facilities, implying facilities that aren’t stipulated in the act can’t be
implemented.

Related with the strong government support or incentives for PPP projects.

Reflection of consideration of the PPP Act’s legal status; The PPP Act is a
special act that precedes other acts.
Welfare
(4)
Road
(4)
Railway
(3)
Port
(3)
Public
Housing
(1)
Forestry
(2)
15 categories
(48 facility types)
Communication
(5)
Water
Resources
(3)
Energy
(4)
Environment
(5)
Logistics
(2)
Education
(1)
Military Housing
(1)
Culture & Tourism
(8)
Airport
(1)
16
Unsolicited projects’ Vitalization
Acceptance of the unsolicited proposals was one of key measures
for inducing the private investment.

The proportion of unsolicited projects compared to solicited projects is high,
which is rare for developed countries. (Most developed countries do not
accept the unsolicited proposals)
Number of Solicited and Unsolicited BTO projects
18
16
16
14
15
14
12
12
10
10
10
8
7
6
4
11
10
6
10
9
6
6
10
9
6
4
3
2
12
11
2
2
2
0
94
95
96
97
98
99
00
Solicited Projects
01
02
03
04
05
06
07
08
09.09
Unsolicited Projects
17
Unsolicited projects’ Vitalization
Although solicited projects are more desirable in that the
government can initiate PPP projects based on its overall investment
plans and priorities, unsolicited projects have advantages in that
they encourage private sector creativity and innovation.
 The unsolicited proposals can accelerate the project delivery as well as
indicates market interest in public service delivery. However, transparency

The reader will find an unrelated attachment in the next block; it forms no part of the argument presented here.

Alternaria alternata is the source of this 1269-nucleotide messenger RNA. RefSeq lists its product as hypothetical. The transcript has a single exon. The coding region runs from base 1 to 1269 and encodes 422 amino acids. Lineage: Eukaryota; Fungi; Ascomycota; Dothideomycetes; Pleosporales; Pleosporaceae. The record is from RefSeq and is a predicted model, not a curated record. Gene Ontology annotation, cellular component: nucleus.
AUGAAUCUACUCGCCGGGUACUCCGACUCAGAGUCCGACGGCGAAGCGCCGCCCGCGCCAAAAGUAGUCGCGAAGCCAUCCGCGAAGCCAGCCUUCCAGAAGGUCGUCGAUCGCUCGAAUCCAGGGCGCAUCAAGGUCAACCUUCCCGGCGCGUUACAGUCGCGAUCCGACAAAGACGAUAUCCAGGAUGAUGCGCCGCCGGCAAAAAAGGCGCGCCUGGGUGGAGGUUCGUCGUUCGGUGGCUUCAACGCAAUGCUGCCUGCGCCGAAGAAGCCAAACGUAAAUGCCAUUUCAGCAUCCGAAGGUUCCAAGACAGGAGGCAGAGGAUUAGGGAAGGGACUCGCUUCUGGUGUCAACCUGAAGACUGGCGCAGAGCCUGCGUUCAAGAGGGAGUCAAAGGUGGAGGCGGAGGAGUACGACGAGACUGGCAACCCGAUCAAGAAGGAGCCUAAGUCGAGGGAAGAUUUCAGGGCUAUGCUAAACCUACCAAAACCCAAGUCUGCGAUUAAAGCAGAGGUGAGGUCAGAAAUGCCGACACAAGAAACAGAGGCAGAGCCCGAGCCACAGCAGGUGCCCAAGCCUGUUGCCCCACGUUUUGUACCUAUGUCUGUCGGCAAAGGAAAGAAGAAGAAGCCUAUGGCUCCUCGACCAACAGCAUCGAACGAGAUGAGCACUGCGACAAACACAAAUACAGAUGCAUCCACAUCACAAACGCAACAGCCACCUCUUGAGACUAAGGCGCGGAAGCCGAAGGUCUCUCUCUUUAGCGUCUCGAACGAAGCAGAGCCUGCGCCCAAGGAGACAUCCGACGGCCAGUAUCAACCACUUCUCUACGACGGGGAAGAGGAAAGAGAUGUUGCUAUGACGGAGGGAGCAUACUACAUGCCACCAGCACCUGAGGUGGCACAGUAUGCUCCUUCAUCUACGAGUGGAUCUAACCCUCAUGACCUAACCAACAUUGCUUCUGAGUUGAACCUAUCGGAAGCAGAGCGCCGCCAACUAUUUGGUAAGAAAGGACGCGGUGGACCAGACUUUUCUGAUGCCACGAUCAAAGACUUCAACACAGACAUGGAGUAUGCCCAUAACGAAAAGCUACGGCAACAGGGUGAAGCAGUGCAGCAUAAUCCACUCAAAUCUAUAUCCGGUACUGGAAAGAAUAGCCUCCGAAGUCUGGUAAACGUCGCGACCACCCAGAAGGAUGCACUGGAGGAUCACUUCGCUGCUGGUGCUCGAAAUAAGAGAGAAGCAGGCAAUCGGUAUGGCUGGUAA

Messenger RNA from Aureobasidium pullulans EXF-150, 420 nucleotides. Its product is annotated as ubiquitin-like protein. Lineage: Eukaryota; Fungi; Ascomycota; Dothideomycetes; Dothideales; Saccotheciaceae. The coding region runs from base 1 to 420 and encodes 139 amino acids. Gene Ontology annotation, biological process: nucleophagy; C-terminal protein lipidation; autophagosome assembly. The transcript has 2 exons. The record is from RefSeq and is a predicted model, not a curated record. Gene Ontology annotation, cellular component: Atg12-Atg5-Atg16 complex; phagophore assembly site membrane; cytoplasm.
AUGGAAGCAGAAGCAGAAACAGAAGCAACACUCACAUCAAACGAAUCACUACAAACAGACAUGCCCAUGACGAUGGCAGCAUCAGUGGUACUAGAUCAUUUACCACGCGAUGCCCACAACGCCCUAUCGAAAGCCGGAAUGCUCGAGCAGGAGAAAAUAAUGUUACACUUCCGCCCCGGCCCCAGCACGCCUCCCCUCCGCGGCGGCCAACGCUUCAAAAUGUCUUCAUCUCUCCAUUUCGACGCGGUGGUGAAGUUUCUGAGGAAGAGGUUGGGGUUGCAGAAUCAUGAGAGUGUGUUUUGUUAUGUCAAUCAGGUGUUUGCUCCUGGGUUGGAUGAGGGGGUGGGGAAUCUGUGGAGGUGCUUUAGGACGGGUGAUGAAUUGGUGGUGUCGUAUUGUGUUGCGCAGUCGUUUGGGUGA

issues exist and they may not be identified within government’ budget or
policies
VFM tests and the competitive bidding process are also applied to
unsolicited projects
Turn-Down Rate of Unsolicited Projects
'05
'06
'07
'08
'09
Total
20
24
23
42
22
131
Deliver value for money
11
21
15
29
15
91
Not deliver value for money
9
3
8
13
7
40
Rate of project turn-down
45%
13%
35%
31%
32%
31%
Number of VFM Tests conducted
BTO
18
Elaborated VFM Test
Phase 1: Feasibility study (Decision to Invest)
 The cost- benefit analysis is conducted to determine feasibility of the project from
a national economy perspective.
Phase 2: Value for Money Assessment (Decision on PFI)
 The government payment of PSC (Public Sector Comparator) is compared against
that of PFI (Private Finance Initiative) to assess whether the PFI achieves VFM.
Phase 3: Formulation of PFI alternatives
 Based on the results of phase 2, an appropriate PFI alternatives are formulated
 The level of project cost, user fee, subsidy scale, etc. are suggested from the
government.
 Bonus points (10% Phase 4: Award bonus points to the initial proponent max.)
awarded to the initial proponent are estimated based on the results of VFM tests
and the quality of the proposal.
19
Objectivity, Consistency and Independence
Implementations in Transparency, Objectivity and Consistency as well
as Professional expertise are key elements

Guidelines for Value for Money (VFM) test

Guidelines for RFP preparation

Guidelines for Standard Output Specification by facility

Guidelines for Tender Evaluation

Guidelines for Standard Concession Agreement

Guidelines for Refinancing
Independent PIMAC has developed PPP Implementation Guidelines
and updated reflecting changes and market conditions